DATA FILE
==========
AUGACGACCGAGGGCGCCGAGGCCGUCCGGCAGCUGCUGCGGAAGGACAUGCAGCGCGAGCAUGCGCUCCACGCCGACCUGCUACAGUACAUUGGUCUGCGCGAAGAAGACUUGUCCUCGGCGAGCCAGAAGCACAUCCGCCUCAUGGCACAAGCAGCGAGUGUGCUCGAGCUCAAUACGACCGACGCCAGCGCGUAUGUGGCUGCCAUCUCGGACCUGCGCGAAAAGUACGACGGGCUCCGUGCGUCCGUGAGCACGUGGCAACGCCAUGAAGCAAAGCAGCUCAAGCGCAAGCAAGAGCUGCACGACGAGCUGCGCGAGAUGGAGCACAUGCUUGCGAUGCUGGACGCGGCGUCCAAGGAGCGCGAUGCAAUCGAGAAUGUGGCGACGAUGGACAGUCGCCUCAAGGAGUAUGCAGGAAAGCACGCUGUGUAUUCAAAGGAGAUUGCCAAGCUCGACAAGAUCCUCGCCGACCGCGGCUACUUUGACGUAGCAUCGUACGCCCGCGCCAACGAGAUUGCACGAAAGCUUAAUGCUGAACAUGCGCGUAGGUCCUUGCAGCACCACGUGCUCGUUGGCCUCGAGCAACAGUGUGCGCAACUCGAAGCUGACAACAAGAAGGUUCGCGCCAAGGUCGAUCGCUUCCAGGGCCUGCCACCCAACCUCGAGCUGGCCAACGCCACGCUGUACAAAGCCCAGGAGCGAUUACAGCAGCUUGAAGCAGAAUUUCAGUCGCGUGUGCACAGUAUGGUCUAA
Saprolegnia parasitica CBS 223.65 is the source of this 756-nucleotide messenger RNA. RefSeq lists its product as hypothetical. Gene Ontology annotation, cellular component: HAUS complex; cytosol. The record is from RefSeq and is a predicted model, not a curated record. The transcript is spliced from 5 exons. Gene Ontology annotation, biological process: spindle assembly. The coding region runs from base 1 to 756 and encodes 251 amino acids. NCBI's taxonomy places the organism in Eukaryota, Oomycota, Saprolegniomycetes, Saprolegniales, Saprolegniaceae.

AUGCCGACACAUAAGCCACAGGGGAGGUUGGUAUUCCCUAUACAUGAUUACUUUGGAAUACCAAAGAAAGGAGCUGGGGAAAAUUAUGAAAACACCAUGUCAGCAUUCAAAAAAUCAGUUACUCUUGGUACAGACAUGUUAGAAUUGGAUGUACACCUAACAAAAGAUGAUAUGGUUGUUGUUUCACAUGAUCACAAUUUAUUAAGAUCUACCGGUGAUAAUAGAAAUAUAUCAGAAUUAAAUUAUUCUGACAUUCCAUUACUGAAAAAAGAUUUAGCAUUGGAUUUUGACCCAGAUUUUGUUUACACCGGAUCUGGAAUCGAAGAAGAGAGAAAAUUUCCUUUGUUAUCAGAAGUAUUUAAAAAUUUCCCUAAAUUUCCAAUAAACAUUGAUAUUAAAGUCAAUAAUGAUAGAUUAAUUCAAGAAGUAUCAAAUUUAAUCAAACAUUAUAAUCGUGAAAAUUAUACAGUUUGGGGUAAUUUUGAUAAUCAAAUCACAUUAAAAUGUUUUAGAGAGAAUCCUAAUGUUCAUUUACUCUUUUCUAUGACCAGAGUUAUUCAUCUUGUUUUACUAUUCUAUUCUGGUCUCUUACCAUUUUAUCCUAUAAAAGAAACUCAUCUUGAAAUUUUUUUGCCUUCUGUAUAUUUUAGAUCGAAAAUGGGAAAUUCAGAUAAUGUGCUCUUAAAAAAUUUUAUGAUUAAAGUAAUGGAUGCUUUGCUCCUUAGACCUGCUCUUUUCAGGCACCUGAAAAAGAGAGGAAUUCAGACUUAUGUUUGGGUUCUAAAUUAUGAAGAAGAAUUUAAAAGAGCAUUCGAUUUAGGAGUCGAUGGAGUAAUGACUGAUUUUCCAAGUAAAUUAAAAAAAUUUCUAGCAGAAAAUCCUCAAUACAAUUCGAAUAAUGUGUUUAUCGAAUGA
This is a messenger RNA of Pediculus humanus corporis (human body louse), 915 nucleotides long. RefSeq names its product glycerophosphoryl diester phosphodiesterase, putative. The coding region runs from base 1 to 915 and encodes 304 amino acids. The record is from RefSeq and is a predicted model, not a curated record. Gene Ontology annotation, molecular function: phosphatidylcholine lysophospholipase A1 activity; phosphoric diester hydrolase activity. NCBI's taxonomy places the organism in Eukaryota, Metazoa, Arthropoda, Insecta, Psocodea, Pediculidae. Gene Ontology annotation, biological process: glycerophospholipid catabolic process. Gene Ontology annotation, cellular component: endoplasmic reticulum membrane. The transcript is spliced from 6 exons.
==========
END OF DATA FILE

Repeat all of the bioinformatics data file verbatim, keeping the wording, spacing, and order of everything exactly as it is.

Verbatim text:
AUGACGACCGAGGGCGCCGAGGCCGUCCGGCAGCUGCUGCGGAAGGACAUGCAGCGCGAGCAUGCGCUCCACGCCGACCUGCUACAGUACAUUGGUCUGCGCGAAGAAGACUUGUCCUCGGCGAGCCAGAAGCACAUCCGCCUCAUGGCACAAGCAGCGAGUGUGCUCGAGCUCAAUACGACCGACGCCAGCGCGUAUGUGGCUGCCAUCUCGGACCUGCGCGAAAAGUACGACGGGCUCCGUGCGUCCGUGAGCACGUGGCAACGCCAUGAAGCAAAGCAGCUCAAGCGCAAGCAAGAGCUGCACGACGAGCUGCGCGAGAUGGAGCACAUGCUUGCGAUGCUGGACGCGGCGUCCAAGGAGCGCGAUGCAAUCGAGAAUGUGGCGACGAUGGACAGUCGCCUCAAGGAGUAUGCAGGAAAGCACGCUGUGUAUUCAAAGGAGAUUGCCAAGCUCGACAAGAUCCUCGCCGACCGCGGCUACUUUGACGUAGCAUCGUACGCCCGCGCCAACGAGAUUGCACGAAAGCUUAAUGCUGAACAUGCGCGUAGGUCCUUGCAGCACCACGUGCUCGUUGGCCUCGAGCAACAGUGUGCGCAACUCGAAGCUGACAACAAGAAGGUUCGCGCCAAGGUCGAUCGCUUCCAGGGCCUGCCACCCAACCUCGAGCUGGCCAACGCCACGCUGUACAAAGCCCAGGAGCGAUUACAGCAGCUUGAAGCAGAAUUUCAGUCGCGUGUGCACAGUAUGGUCUAA
Saprolegnia parasitica CBS 223.65 is the source of this 756-nucleotide messenger RNA. RefSeq lists its product as hypothetical. Gene Ontology annotation, cellular component: HAUS complex; cytosol. The record is from RefSeq and is a predicted model, not a curated record. The transcript is spliced from 5 exons. Gene Ontology annotation, biological process: spindle assembly. The coding region runs from base 1 to 756 and encodes 251 amino acids. NCBI's taxonomy places the organism in Eukaryota, Oomycota, Saprolegniomycetes, Saprolegniales, Saprolegniaceae.

AUGCCGACACAUAAGCCACAGGGGAGGUUGGUAUUCCCUAUACAUGAUUACUUUGGAAUACCAAAGAAAGGAGCUGGGGAAAAUUAUGAAAACACCAUGUCAGCAUUCAAAAAAUCAGUUACUCUUGGUACAGACAUGUUAGAAUUGGAUGUACACCUAACAAAAGAUGAUAUGGUUGUUGUUUCACAUGAUCACAAUUUAUUAAGAUCUACCGGUGAUAAUAGAAAUAUAUCAGAAUUAAAUUAUUCUGACAUUCCAUUACUGAAAAAAGAUUUAGCAUUGGAUUUUGACCCAGAUUUUGUUUACACCGGAUCUGGAAUCGAAGAAGAGAGAAAAUUUCCUUUGUUAUCAGAAGUAUUUAAAAAUUUCCCUAAAUUUCCAAUAAACAUUGAUAUUAAAGUCAAUAAUGAUAGAUUAAUUCAAGAAGUAUCAAAUUUAAUCAAACAUUAUAAUCGUGAAAAUUAUACAGUUUGGGGUAAUUUUGAUAAUCAAAUCACAUUAAAAUGUUUUAGAGAGAAUCCUAAUGUUCAUUUACUCUUUUCUAUGACCAGAGUUAUUCAUCUUGUUUUACUAUUCUAUUCUGGUCUCUUACCAUUUUAUCCUAUAAAAGAAACUCAUCUUGAAAUUUUUUUGCCUUCUGUAUAUUUUAGAUCGAAAAUGGGAAAUUCAGAUAAUGUGCUCUUAAAAAAUUUUAUGAUUAAAGUAAUGGAUGCUUUGCUCCUUAGACCUGCUCUUUUCAGGCACCUGAAAAAGAGAGGAAUUCAGACUUAUGUUUGGGUUCUAAAUUAUGAAGAAGAAUUUAAAAGAGCAUUCGAUUUAGGAGUCGAUGGAGUAAUGACUGAUUUUCCAAGUAAAUUAAAAAAAUUUCUAGCAGAAAAUCCUCAAUACAAUUCGAAUAAUGUGUUUAUCGAAUGA
This is a messenger RNA of Pediculus humanus corporis (human body louse), 915 nucleotides long. RefSeq names its product glycerophosphoryl diester phosphodiesterase, putative. The coding region runs from base 1 to 915 and encodes 304 amino acids. The record is from RefSeq and is a predicted model, not a curated record. Gene Ontology annotation, molecular function: phosphatidylcholine lysophospholipase A1 activity; phosphoric diester hydrolase activity. NCBI's taxonomy places the organism in Eukaryota, Metazoa, Arthropoda, Insecta, Psocodea, Pediculidae. Gene Ontology annotation, biological process: glycerophospholipid catabolic process. Gene Ontology annotation, cellular component: endoplasmic reticulum membrane. The transcript is spliced from 6 exons.